Tuesday Apr 04, 2006

Wicket with GlassFish and NetBeans

Wicket logo

Geertjan went playing with Wicket, NetBeans and GlassFish and he enjoyed it. If you want to try it out, check the NB's modules that Geertjan put together: here and here

For more details, check Geertjan's blog.

Friday Mar 24, 2006

wicket and more web app frameworks


Simon Brown has started a series of blogs where he compares different web app frameworks including one for Struts and Stripes. Guillermo Castro joined in and provided a comparison for Wicket. Both seem to like Wicket alot [1], [2] and [3].

Checkout the GlassFish Extras page to see the frameworks and apps that are running on GlassFish.

Sunday Mar 12, 2006

AppFuse working with b40 of GlassFish

AppFuse Logo

Vince reports that AppFuse Works with b40 without having to modify the Security Manager. The situation should have improved for other frameworks that have assumed no security manager. Please Report on Any Problems with popular applications and frameworks.

More information on AppFuse is available at their Wiki Site.

Update: Check also Vince's Integration of AppFuse and NetBeans.

Thursday Feb 09, 2006

Popular Frameworks and Applications on GlassFish

This entry is now obsolete; please check the more complete List of Frameworks and Applications.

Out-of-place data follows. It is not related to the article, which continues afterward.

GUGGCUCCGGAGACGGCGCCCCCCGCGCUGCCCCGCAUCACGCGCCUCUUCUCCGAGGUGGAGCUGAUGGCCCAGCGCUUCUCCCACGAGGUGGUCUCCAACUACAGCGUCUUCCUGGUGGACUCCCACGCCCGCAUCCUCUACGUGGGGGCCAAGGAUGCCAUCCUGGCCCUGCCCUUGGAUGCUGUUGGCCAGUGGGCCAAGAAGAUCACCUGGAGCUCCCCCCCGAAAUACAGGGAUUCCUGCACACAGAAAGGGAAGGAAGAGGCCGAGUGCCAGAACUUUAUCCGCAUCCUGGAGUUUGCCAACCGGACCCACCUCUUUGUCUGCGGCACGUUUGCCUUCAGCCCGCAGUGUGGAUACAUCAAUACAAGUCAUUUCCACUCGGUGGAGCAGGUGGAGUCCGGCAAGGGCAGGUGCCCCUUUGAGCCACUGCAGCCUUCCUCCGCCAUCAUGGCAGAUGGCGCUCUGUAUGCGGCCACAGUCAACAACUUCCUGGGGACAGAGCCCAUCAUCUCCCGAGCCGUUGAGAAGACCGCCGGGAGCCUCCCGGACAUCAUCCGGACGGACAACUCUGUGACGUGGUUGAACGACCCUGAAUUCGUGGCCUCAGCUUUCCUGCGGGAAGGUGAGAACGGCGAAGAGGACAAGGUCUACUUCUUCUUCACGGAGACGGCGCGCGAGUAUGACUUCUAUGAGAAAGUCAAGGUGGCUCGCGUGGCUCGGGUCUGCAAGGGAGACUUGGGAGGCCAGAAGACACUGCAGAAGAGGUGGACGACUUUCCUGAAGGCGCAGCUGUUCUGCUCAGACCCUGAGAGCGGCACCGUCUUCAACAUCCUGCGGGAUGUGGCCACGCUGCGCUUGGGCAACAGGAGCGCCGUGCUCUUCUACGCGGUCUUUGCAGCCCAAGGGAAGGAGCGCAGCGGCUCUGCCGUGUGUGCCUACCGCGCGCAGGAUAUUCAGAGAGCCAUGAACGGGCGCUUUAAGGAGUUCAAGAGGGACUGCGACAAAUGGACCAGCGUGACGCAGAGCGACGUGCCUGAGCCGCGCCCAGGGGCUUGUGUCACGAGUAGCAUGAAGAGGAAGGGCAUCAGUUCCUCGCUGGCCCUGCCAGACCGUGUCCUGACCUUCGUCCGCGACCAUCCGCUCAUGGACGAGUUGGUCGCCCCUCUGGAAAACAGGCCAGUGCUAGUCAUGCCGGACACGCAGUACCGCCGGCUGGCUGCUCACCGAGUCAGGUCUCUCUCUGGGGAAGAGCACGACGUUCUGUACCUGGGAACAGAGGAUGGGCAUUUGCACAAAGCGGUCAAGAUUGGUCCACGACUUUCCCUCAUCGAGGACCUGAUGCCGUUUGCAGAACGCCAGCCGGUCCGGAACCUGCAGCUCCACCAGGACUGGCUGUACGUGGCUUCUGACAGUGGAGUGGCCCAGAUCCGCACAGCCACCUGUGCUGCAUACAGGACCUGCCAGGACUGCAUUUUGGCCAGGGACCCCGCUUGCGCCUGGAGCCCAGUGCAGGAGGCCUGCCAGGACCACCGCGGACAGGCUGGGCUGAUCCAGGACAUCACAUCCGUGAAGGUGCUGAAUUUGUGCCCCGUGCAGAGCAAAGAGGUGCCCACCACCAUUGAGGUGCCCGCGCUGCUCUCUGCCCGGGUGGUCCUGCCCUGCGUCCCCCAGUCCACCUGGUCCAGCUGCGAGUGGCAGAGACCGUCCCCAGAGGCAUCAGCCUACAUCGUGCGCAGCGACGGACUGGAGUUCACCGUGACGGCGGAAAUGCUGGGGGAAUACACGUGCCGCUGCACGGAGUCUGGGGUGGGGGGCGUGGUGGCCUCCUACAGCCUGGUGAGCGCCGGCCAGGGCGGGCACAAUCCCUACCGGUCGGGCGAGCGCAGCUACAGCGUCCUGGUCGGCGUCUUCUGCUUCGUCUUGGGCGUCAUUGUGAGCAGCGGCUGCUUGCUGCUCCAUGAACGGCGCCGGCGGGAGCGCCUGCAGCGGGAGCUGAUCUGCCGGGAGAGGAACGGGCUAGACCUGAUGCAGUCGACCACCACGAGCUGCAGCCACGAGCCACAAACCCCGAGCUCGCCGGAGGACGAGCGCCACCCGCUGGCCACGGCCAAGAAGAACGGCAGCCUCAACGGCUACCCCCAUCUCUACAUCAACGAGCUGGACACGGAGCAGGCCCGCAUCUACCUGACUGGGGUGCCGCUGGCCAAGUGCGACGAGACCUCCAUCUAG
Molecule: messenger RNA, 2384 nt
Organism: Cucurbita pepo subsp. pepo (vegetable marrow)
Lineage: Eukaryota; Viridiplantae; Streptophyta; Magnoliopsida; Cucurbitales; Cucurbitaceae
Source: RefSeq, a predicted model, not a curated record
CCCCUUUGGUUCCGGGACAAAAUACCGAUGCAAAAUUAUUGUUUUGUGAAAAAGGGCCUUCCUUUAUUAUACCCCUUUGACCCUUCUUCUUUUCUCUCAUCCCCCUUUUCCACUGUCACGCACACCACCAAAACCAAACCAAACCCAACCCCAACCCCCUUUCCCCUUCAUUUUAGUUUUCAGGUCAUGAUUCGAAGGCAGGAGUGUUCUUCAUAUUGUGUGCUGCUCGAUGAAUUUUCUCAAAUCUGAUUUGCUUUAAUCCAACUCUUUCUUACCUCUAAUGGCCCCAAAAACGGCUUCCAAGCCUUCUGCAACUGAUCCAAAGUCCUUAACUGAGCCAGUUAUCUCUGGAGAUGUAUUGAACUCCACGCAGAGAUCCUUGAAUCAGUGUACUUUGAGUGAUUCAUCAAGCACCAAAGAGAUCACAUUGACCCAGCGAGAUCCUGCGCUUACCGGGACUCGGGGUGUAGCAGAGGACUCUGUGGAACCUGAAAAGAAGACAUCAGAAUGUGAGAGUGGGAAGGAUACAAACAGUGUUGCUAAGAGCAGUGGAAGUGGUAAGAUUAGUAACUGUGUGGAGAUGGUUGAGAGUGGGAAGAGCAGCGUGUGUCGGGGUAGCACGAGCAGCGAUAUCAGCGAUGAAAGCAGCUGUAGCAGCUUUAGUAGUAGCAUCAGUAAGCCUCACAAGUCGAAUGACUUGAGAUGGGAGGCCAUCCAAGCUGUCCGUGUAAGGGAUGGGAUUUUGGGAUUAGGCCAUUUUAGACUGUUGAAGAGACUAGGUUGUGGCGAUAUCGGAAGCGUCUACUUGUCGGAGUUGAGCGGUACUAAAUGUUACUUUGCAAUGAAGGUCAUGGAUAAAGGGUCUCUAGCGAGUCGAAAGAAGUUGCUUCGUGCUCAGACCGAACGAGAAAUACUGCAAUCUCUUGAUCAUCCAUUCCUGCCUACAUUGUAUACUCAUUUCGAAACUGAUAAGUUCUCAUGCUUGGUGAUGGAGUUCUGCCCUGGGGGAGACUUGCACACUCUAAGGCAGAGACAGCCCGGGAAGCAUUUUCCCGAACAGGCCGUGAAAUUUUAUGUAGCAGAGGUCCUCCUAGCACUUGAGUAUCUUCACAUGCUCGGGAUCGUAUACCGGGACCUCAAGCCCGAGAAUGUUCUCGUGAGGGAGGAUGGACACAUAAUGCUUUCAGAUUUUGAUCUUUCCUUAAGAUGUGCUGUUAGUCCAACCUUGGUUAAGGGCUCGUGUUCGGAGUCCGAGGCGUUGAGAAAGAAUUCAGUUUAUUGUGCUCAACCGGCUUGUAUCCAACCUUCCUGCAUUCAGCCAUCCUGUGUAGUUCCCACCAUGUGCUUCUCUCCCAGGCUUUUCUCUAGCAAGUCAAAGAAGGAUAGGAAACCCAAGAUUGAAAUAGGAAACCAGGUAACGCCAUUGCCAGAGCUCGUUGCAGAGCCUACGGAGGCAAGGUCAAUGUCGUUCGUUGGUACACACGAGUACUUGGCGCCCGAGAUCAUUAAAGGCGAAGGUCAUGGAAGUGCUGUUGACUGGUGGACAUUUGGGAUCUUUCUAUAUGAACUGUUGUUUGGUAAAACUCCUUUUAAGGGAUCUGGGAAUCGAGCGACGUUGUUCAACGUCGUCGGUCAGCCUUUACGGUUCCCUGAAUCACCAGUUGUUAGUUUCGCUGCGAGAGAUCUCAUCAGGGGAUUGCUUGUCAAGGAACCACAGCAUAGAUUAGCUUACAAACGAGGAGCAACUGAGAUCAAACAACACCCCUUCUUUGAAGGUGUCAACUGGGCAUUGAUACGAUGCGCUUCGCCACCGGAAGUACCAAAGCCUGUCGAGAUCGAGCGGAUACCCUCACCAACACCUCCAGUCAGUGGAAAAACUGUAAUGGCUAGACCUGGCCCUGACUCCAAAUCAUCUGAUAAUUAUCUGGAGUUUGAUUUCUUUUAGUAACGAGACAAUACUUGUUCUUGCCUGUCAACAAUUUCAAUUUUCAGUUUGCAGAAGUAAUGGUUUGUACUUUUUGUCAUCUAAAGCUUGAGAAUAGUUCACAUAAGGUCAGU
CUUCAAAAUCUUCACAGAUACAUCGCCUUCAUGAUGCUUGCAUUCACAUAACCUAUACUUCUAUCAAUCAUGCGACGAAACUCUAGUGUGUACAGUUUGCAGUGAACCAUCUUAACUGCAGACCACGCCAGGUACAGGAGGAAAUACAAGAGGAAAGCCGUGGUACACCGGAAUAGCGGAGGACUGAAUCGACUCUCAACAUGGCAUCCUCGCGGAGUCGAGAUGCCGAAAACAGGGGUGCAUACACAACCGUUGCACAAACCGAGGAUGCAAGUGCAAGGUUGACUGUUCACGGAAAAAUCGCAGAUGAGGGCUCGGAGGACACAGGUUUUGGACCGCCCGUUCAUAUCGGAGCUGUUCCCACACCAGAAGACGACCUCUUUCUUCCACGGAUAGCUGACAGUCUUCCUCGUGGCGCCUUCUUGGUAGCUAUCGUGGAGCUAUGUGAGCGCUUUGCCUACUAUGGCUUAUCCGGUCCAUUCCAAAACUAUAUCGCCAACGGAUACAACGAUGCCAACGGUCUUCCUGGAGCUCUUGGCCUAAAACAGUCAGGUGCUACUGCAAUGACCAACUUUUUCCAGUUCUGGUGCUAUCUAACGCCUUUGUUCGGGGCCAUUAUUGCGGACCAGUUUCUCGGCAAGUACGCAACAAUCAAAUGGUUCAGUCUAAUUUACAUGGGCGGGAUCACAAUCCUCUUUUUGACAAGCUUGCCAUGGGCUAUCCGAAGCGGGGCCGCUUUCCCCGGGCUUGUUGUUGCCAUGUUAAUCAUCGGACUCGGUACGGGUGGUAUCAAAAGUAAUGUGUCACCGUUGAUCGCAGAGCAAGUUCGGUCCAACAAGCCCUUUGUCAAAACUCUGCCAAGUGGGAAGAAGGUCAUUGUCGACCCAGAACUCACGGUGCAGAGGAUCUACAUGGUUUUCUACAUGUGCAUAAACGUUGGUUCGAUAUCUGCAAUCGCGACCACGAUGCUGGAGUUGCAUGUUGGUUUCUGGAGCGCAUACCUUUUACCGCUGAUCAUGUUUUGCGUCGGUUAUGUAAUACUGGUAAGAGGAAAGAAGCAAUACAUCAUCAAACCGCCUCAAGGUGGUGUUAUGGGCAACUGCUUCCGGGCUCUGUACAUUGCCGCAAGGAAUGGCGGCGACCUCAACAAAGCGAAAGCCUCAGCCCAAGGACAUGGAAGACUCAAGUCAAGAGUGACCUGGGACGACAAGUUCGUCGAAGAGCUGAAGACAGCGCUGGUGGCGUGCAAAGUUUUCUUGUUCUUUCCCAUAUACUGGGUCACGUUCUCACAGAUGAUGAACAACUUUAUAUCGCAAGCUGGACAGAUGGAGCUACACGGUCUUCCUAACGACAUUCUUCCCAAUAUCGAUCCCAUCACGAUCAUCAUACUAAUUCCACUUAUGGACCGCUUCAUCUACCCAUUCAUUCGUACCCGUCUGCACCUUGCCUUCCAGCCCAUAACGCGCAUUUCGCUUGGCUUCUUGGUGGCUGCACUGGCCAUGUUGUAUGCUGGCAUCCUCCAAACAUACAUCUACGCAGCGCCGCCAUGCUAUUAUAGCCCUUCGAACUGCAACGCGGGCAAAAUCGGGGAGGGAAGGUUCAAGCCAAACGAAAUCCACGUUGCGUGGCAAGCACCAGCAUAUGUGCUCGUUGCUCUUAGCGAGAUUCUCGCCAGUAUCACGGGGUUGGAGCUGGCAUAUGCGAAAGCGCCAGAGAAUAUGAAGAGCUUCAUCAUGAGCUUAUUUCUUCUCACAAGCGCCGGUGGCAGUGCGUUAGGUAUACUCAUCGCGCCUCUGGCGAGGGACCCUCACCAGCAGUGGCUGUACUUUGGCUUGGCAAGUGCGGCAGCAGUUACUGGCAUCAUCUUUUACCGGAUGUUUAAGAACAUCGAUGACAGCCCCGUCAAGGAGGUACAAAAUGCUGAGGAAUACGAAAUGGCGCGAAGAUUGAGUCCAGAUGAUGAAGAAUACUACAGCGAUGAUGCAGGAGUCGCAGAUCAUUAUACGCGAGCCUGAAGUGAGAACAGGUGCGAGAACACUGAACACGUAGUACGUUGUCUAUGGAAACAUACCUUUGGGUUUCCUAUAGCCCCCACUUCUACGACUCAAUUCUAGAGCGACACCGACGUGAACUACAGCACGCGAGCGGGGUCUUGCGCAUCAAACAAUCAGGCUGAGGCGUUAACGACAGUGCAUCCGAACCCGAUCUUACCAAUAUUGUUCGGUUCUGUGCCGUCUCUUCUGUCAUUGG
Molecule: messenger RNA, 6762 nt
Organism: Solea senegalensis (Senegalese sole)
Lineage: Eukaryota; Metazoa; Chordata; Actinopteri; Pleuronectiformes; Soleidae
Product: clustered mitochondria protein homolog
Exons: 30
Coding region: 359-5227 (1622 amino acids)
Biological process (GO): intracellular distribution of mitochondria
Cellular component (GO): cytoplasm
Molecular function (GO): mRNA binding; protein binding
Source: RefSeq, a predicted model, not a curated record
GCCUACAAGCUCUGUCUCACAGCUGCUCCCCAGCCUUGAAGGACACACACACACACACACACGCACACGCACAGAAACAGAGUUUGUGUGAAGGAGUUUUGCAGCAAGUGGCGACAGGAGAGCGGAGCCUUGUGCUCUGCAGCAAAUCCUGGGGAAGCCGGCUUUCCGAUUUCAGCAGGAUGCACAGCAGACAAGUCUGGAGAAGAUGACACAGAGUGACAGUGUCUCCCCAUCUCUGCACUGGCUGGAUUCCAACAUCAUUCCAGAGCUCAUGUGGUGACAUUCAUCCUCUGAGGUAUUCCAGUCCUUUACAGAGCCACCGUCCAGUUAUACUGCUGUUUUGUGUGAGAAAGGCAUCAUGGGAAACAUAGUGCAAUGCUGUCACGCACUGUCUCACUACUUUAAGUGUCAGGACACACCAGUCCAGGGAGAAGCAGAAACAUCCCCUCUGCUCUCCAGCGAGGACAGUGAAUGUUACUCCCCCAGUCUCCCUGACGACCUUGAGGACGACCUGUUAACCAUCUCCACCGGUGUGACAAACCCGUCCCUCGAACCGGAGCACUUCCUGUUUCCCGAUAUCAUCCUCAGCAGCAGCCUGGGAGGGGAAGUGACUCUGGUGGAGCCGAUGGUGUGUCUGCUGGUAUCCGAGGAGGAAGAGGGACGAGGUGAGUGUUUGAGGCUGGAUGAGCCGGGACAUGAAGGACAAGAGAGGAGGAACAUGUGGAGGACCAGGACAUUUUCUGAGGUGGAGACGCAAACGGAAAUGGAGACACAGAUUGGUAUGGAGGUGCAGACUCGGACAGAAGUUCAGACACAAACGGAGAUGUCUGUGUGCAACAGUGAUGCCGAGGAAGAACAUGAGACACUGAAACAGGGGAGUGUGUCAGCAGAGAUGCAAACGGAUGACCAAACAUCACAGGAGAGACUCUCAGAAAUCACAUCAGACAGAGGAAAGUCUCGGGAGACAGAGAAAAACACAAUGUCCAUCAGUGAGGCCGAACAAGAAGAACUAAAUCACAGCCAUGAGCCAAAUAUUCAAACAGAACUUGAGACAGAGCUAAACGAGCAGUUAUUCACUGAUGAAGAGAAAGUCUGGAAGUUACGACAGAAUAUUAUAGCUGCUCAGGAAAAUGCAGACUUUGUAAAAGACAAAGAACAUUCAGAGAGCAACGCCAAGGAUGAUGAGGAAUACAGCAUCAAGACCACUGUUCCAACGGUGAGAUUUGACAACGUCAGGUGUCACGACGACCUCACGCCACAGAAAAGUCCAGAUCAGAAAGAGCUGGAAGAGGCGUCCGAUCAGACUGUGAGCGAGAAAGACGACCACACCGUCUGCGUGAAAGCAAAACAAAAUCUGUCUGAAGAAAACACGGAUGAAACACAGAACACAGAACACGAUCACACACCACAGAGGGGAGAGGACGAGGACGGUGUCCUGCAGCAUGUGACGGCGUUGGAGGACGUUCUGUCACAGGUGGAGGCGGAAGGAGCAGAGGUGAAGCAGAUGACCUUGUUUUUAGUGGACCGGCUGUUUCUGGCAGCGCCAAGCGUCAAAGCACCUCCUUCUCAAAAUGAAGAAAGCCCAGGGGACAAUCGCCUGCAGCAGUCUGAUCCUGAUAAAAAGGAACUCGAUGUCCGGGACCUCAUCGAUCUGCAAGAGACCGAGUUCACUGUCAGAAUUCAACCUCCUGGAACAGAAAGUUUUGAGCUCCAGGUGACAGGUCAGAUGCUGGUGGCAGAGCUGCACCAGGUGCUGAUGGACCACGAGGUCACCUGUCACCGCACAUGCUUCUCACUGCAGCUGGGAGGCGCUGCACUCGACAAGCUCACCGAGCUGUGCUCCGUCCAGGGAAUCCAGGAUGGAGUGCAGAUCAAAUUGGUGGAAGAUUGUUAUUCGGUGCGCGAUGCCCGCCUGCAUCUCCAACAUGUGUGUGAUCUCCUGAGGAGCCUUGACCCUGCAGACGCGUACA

Below are the latest known reports on popular frameworks and applications running on GlassFish. Please send updates to theaquarium at sun dot com:

Honeycombs being processed by bees

Wicket, IBatis
Jive, WebWork, OpenSymphony
Equinox, AppFuse, Spring and Hibernate, PostgreSQL
JSPWiki, Pluto, Roller, Blojsom
Blueprints with AJAX components
NetBeans, Creator 2, JConsole

The biggest source of problems is that many applications & frameworks seem to assume no security manager

Thursday Dec 22, 2005

Wicket and GlassFish

Wicket Logo

Wicket is an application framework that emphasizes simplicity, separation of concerns and ease of development. The presentation is intended to be done using standard WYSIWYG HTML design tools while dynamic content processing and form handling is all handled in Java code using a first-class component model backed by POJO data beans. The Wicket site and wiki has plenty of more information, including examples to look at.

Seymour Cakes (located in Malaysia) has tested Wicket against GlassFish and he reports that all that is needed is to add some new permissions to server.policy. I'd bet this works too for SJS AS 8.1 (also in the J2EE SDK).